IBM has unveiled a new type of transistor that could lead to major improvements in speed, function and power consumption in semiconductors.
The device, called a 'double-gate' transistor, can carry twice the electrical current, operate at up to twice the speed and be reduced in size well below today's conventional transistors.
The research was presented today [4 December] at the International Electron Devices Meeting (IEDM) in Washington DC.
The opportunity for further miniaturisation is important, as the dimensions of the traditional transistor are reaching the limits imposed by the laws of physics, threatening to slow the gains in performance that are required for high-speed communications, information systems and consumer electronics.
IBM said it has overcome a number of challenges that have held back the development of experimental double-gate transistors, the theory of which is currently being researched in many different labs throughout the world.
IBM hopes that its findings will now see double-gate transistors take a significant step forward from this embryonic stage towards full-scale production.
Improved transistors, such as the double-gate, will be needed in the next ten years when they shrink so small that it becomes difficult to shut them off completely.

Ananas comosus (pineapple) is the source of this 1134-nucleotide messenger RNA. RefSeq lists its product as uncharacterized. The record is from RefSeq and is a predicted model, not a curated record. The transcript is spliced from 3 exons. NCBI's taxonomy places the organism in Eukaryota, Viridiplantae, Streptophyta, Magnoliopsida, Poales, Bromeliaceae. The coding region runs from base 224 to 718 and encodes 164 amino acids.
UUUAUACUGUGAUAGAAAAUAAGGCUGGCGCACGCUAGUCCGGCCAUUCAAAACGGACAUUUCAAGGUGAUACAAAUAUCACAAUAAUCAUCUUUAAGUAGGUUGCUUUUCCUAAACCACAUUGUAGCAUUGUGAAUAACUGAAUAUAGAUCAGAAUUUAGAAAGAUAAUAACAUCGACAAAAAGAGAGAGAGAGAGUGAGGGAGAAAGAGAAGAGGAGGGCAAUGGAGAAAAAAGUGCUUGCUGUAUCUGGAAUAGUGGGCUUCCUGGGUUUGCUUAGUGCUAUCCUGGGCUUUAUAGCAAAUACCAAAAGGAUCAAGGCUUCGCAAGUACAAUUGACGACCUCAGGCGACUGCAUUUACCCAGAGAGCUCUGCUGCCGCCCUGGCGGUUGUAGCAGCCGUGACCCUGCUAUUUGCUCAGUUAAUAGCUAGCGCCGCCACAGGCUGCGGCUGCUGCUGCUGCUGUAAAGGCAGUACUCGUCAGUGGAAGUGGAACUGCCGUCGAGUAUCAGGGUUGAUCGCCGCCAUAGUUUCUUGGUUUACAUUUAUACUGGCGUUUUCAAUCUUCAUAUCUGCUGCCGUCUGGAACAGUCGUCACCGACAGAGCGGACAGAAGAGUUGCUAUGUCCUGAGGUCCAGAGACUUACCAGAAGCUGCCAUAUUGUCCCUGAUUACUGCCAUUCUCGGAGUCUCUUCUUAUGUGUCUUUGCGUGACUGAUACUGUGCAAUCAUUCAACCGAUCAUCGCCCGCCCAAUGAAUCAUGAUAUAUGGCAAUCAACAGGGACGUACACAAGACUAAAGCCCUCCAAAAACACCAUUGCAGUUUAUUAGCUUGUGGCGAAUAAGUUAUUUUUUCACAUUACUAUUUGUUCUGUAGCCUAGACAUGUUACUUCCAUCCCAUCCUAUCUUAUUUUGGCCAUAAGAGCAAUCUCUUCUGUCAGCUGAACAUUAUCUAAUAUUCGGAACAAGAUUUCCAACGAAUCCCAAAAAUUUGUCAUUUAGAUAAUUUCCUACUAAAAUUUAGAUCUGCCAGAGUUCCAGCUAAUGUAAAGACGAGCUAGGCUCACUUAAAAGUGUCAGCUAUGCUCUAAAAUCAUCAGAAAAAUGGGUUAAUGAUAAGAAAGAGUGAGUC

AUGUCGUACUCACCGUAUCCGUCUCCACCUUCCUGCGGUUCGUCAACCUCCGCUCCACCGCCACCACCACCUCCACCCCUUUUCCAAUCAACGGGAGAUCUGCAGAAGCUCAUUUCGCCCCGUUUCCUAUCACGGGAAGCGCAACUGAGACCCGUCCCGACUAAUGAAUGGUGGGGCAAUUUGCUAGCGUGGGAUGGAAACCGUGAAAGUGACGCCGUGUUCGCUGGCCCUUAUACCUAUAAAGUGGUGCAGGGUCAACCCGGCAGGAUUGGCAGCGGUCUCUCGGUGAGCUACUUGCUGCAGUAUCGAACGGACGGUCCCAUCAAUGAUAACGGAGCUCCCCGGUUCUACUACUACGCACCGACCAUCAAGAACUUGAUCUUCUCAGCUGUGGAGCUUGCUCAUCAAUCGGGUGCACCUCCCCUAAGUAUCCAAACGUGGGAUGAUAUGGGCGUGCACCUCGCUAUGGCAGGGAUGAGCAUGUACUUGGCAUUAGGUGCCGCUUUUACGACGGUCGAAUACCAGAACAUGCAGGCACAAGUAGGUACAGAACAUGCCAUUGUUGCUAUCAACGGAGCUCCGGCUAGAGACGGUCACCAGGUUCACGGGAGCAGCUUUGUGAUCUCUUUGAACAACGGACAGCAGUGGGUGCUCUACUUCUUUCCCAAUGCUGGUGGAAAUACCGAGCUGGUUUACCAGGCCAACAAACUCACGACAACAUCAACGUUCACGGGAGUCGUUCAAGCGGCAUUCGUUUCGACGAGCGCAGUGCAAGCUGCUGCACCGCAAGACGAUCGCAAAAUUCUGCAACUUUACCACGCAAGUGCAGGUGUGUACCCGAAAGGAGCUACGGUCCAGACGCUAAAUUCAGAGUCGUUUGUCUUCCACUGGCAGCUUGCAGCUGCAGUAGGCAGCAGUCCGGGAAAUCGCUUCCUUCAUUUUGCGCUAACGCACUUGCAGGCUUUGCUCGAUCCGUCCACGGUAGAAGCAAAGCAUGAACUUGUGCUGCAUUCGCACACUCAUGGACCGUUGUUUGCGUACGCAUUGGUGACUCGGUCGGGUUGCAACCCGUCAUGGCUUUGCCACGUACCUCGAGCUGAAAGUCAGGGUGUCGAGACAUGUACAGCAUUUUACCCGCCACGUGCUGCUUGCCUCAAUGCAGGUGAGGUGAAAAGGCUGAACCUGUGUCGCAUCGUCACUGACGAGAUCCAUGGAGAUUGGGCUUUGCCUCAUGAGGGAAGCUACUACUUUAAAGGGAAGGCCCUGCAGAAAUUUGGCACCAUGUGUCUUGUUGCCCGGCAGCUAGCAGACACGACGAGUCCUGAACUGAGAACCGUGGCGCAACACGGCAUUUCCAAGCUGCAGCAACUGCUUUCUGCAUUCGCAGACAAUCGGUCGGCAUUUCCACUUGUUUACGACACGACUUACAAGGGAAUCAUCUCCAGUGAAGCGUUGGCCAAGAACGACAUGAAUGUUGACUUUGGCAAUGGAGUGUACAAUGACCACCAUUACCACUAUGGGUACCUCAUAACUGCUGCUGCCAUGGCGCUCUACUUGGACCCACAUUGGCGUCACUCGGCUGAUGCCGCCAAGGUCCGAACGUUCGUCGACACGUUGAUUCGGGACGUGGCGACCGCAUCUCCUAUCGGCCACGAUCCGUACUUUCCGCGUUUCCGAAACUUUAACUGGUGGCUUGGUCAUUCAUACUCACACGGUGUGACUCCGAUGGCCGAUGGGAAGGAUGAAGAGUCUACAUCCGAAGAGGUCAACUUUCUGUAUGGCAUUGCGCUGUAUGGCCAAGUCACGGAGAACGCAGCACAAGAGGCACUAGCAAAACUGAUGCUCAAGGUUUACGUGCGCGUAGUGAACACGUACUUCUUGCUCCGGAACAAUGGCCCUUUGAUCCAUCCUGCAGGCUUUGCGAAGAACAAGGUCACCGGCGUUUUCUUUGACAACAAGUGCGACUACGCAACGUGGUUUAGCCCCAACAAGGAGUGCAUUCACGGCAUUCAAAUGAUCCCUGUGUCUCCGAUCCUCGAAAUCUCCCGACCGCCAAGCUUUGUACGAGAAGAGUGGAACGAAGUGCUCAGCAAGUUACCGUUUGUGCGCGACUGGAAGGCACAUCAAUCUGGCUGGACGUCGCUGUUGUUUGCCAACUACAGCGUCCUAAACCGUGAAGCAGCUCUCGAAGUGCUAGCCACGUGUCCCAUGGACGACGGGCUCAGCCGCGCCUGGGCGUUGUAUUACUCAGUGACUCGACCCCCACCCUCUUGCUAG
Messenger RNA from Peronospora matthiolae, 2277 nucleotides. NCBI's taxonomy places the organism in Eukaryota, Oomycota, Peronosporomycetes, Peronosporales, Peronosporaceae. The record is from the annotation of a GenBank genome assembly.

The transistor, a type of on/off switch, is the major component of a processor, whose performance depends largely on the ability of its millions of transistors to switch on and off quickly and completely, and to require the least amount of energy to do so.
Within a transistor, an element called a 'gate' controls the electrical flow through the transistor. However, as transistors continue to shrink, it becomes more difficult for a single gate to effectively control switching. In a double-gate transistor, two gates surround the channel, doubling control of the current and enabling smaller, faster and lower-power circuits.
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